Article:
Kris Boyd scored the winning goal at Ibrox last week. That would have generated a marked feeling of deja vu, were it not for the fact that he actually scored it against Rangers.
It's the third time Boyd has scored against his former club this season, following on from a double in a 2-1 win for Kilmarnock at Rugby Park in December. That's as many league goals as he scored in his nightmare second spell at the Gers, in the 2014-15 Championship.
Already the wrong side of 30 at that point, it seemed then that Boyd was finished. And yet nearly three years on he leads the Scottish Premiership scoring charts with fifteen goals this season. He has twenty in all competitions.
And it's not just the goals.
During his first spell at Rangers, between 2006 and 2010, Boyd was the most consistently prolific centre-forward in the country, with 101 league goals in four and a half seasons. Part of a Rangers side who would comfortably dominate all but one of their domestic opponents, he scored for fun.
And yet when Celtic were the opposition, he could often be found on the bench; he managed just a single goal for Rangers in Old Firm derbies. His involvement in the club's run to the 2007-08 UEFA Cup final was minimal - that season he played for a grand total of six minutes - the last six minutes - of their Champions League group stage matches, and started a single game in the UEFA Cup campaign. That was also his only appearance in the tournament until the final, where he came on for the last four minutes in the defeat by Zenit St. Petersburg.
As at club level, so at international level. Boyd scored four goals in Euro 2008 qualifying, against the Faroe Islands, Georgia and Lithuania, all at home. The only other game he started was the return match against the Faroes. For clashes with the three group heavyweights, France, Italy and Ukraine, he was left on the bench.
The consensus was that Boyd was a flat-track bully. When paired with a strike-partner (most commonly Kenny Miller) to do his running, he came alive in the final third, and otherwise lumbered around like one of the extras in Shaun Of The Dead. This was okay when his team dominated possession and could create a plethora of chances for him. However, in situations where Rangers and Scotland might be under the cosh, in need of a striker who would hold the ball up, or chase fifty-fifties into the channels, or harass opposing centre-backs, or at least (I'm thinking of James McFadden here) be capable of conjuring a goal out of almost literally nothing, then Boyd was not your man.
It used to frustrate the hell out of me that he couldn't add that nous to his game - so much so that I actually blogged about it all the way back in 2007. Boyd was not only Scotland's most prolific centre-forward, but he was one of the best finishers in Europe. And yet because he couldn't, or wouldn't, learn how to lead the line effectively on his own, he was a liability in the really big games for both club and country.
Fast forward a decade to February 2018, as Kilmarnock beat Celtic 1-0 at Rugby Park thanks to Youssouf Mulumbu's seventieth minute goal and one of the best organised defensive performances I have seen in the Scottish Premiership this season or any other.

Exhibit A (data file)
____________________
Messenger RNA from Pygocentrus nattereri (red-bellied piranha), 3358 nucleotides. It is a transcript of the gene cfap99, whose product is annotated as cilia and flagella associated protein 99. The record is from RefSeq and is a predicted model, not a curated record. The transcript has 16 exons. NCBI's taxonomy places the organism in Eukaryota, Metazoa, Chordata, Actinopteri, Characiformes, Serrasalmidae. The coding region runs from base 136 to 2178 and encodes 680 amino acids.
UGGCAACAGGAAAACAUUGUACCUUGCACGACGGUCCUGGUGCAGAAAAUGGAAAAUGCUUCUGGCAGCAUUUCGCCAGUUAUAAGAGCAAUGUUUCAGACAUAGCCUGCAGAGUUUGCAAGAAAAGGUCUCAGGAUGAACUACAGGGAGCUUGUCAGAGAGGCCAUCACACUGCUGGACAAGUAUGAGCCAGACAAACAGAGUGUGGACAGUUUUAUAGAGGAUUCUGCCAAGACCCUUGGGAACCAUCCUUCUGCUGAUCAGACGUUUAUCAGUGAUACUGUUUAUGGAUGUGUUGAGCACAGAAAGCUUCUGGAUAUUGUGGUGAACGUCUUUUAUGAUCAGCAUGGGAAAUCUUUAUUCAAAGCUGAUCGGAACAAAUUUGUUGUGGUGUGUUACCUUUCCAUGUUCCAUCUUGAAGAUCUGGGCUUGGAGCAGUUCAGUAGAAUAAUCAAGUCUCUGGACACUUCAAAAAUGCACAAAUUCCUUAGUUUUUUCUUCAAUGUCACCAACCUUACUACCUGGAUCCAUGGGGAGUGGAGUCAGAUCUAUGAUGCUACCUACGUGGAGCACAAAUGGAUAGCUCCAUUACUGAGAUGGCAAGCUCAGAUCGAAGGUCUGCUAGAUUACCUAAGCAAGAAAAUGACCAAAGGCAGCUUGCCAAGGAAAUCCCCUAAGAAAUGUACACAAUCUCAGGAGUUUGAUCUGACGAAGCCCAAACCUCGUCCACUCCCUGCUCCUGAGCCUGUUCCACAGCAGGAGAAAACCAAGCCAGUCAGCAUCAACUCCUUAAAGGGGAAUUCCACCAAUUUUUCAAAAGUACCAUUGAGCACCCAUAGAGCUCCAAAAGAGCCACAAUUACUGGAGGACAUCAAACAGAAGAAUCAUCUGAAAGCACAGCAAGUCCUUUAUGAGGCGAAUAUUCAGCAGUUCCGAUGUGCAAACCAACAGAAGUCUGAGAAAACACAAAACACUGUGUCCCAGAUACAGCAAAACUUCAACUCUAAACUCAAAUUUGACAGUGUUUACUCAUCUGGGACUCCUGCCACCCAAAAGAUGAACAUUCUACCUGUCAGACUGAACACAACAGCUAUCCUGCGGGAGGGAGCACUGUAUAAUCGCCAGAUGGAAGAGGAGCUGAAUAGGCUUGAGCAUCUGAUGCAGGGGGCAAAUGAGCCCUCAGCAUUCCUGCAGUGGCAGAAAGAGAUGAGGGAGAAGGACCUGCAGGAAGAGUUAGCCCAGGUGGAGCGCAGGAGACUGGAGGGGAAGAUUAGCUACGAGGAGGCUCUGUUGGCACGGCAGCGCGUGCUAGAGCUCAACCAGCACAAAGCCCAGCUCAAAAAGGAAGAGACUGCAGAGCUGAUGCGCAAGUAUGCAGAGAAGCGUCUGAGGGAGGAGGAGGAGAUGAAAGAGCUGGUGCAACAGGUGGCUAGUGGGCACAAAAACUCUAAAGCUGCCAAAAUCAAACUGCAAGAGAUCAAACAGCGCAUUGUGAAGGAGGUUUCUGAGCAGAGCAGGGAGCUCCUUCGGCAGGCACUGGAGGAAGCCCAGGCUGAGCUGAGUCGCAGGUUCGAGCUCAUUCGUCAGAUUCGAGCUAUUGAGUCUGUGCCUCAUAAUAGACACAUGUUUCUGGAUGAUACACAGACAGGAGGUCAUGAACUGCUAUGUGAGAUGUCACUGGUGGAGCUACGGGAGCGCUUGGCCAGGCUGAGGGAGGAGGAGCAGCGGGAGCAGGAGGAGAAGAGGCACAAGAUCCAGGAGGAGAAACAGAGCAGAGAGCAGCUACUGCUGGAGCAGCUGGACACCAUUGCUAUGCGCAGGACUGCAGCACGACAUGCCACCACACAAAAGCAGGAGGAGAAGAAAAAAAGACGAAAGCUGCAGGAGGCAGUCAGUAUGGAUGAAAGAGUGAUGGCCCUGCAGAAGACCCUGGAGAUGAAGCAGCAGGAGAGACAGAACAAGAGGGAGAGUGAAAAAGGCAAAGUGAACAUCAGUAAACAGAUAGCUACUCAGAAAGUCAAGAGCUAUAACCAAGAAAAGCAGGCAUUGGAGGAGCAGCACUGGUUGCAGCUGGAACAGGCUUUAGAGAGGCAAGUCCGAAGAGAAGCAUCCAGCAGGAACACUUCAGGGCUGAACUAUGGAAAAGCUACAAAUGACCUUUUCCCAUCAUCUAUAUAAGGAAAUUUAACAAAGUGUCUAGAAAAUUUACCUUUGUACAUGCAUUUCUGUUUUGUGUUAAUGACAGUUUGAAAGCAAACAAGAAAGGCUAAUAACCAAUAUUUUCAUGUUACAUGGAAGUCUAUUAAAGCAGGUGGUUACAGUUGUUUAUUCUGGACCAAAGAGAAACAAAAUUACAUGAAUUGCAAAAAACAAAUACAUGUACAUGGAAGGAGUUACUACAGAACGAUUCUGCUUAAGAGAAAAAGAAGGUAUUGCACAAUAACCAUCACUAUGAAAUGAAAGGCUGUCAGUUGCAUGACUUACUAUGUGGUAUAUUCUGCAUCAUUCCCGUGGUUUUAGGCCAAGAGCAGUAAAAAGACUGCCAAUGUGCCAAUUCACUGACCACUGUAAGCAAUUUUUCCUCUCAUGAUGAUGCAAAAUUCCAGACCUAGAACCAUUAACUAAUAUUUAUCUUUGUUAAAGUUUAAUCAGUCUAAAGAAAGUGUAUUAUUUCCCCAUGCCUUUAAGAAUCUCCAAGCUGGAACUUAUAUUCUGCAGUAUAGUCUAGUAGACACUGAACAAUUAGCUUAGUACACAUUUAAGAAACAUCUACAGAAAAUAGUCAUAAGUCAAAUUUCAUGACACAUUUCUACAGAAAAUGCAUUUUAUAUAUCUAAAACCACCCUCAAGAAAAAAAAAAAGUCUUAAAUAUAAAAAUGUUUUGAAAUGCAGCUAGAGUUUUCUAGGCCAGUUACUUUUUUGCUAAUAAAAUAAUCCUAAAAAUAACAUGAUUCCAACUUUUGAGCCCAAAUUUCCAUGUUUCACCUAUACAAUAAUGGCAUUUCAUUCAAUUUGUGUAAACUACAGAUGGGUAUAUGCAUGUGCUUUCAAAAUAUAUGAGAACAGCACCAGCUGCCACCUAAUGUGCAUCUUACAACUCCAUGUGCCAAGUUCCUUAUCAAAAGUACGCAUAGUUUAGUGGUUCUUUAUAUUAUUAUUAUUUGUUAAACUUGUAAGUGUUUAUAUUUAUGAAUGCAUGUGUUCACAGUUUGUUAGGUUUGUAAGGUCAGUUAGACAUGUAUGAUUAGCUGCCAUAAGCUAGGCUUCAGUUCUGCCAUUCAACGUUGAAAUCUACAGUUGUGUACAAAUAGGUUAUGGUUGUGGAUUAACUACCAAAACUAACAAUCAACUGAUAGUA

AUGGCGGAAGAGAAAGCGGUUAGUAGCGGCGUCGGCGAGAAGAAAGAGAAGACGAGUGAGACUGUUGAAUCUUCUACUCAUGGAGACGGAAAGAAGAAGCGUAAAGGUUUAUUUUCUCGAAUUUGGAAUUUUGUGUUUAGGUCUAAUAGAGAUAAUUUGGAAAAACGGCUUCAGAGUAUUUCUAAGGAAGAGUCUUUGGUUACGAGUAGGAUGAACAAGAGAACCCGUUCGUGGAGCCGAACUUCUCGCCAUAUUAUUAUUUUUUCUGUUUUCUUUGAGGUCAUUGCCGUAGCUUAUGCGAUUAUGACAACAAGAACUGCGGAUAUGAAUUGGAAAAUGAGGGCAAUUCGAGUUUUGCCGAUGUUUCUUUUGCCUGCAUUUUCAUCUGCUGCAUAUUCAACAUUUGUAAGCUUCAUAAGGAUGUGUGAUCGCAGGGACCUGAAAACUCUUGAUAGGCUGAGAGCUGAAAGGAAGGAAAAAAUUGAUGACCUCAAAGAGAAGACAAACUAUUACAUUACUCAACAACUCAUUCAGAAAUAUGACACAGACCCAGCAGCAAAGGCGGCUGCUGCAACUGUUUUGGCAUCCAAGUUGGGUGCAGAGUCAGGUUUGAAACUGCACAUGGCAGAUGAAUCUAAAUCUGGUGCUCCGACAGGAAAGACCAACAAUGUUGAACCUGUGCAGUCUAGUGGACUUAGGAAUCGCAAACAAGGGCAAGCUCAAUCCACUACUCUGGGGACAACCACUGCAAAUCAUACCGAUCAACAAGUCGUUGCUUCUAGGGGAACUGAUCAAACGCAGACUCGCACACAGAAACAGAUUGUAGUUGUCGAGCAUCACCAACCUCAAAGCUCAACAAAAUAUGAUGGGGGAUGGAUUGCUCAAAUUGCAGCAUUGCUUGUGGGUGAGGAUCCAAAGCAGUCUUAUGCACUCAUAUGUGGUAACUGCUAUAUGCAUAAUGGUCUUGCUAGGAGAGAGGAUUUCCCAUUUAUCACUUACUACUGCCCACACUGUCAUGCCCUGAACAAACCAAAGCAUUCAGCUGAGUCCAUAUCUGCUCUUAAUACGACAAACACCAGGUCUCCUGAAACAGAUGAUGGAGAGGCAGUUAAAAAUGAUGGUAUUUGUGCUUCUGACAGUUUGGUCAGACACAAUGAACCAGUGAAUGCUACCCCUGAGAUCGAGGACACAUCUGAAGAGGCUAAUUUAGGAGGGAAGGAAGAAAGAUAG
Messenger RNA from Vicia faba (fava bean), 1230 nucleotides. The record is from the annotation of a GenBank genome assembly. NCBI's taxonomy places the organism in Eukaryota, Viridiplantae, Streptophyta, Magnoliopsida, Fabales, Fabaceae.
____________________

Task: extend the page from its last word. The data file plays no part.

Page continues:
Boyd was actually substituted five minutes before Mulumbu's goal. He had a couple of shots in the game, but that was largely it. Except it wasn't.
Now 34, Boyd is obviously a little bit slower than he was in his heyday, and it's not unusual for him to fail to complete 90 minutes; in fact he was subbed immediately after his strike at Ibrox last week. But against Celtic he didn't just wander aimlessly, or look bored at the lack of action near him. He didn't chase lost causes against Celtic's back three, but there was no point in doing so as they would just pass around him. What he did do, as trite as it sounds, was to stand in the right place.
When the ball was up around the half-way line, he would position himself to prevent a pass from a defender to one of Celtic's central midfielders, usually Scott Brown. This didn't take up much physical effort, but did require him to be switched on. He was. And on the rare occasions that the ball reached him, he did hold it up for teammates.
Part of this is down to the excellent planning of Killie's manager and miracle-worker-in-chief Steve Clarke. But even last season when Kilmarnock were struggling Boyd still showed a willingness to defend from the front, and to show leadership and fight as an example to his (often young) teammates. Whether through experience or maturity or a combination of both, he has finally added to his game the ability to lead the line on his own.
And, as part of a Kilmarnock side which are the biggest and most pleasant surprise of the Premiership this season, the goals are flowing. His Ibrox strike was a throwback to the old days, a case of him reacting quicker to a rebound than those around him. That yard of pace lost is more than made up for by the ones he has gained in his head.
If Boyd finishes as the Premiership's top scorer he will surely get a nomination for Player Of The Year, something that happened only once in his Rangers prime. And he'll deserve it, even though it seems unlikely he would get the overall award. There has even been talk of a Scotland recall, though the player himself has dismissed the thought.
After all, time waits for no man. Those legs could run out of batteries at any moment, and this may be the last hurrah. But through being in the right environment and having the right attitude, Kris Boyd is enjoying a fine Indian summer. If only I could just sit back and enjoy it, instead of wishing that he had played like this ten years ago.
Lawrie Spence has ranted and spouted his ill-informed opinions on Narey's Toepoker since September 2007. He has a life outside this blog. Honestly.